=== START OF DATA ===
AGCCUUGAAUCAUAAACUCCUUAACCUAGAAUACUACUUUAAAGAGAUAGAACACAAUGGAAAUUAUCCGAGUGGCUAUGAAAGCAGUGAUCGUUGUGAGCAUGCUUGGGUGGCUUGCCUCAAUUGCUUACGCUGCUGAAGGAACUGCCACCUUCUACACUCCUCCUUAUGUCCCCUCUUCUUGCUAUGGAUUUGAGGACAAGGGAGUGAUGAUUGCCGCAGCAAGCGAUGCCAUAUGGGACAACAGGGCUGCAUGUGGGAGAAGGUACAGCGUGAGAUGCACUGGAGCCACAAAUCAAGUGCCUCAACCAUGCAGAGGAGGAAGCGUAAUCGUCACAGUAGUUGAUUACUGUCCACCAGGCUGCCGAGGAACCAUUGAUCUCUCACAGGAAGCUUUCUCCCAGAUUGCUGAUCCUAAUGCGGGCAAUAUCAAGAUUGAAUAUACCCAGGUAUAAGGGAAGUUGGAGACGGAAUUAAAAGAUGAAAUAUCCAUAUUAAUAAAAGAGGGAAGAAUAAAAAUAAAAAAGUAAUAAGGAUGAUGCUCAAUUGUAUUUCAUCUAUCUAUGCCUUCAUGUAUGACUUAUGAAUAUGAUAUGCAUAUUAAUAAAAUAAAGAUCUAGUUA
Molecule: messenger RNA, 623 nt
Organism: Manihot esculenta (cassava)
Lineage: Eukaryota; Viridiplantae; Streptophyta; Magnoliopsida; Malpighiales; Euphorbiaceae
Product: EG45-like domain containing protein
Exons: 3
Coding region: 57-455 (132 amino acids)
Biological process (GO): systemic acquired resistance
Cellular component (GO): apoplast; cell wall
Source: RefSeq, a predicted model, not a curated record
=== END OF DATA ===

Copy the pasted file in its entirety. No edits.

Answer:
AGCCUUGAAUCAUAAACUCCUUAACCUAGAAUACUACUUUAAAGAGAUAGAACACAAUGGAAAUUAUCCGAGUGGCUAUGAAAGCAGUGAUCGUUGUGAGCAUGCUUGGGUGGCUUGCCUCAAUUGCUUACGCUGCUGAAGGAACUGCCACCUUCUACACUCCUCCUUAUGUCCCCUCUUCUUGCUAUGGAUUUGAGGACAAGGGAGUGAUGAUUGCCGCAGCAAGCGAUGCCAUAUGGGACAACAGGGCUGCAUGUGGGAGAAGGUACAGCGUGAGAUGCACUGGAGCCACAAAUCAAGUGCCUCAACCAUGCAGAGGAGGAAGCGUAAUCGUCACAGUAGUUGAUUACUGUCCACCAGGCUGCCGAGGAACCAUUGAUCUCUCACAGGAAGCUUUCUCCCAGAUUGCUGAUCCUAAUGCGGGCAAUAUCAAGAUUGAAUAUACCCAGGUAUAAGGGAAGUUGGAGACGGAAUUAAAAGAUGAAAUAUCCAUAUUAAUAAAAGAGGGAAGAAUAAAAAUAAAAAAGUAAUAAGGAUGAUGCUCAAUUGUAUUUCAUCUAUCUAUGCCUUCAUGUAUGACUUAUGAAUAUGAUAUGCAUAUUAAUAAAAUAAAGAUCUAGUUA
Molecule: messenger RNA, 623 nt
Organism: Manihot esculenta (cassava)
Lineage: Eukaryota; Viridiplantae; Streptophyta; Magnoliopsida; Malpighiales; Euphorbiaceae
Product: EG45-like domain containing protein
Exons: 3
Coding region: 57-455 (132 amino acids)
Biological process (GO): systemic acquired resistance
Cellular component (GO): apoplast; cell wall
Source: RefSeq, a predicted model, not a curated record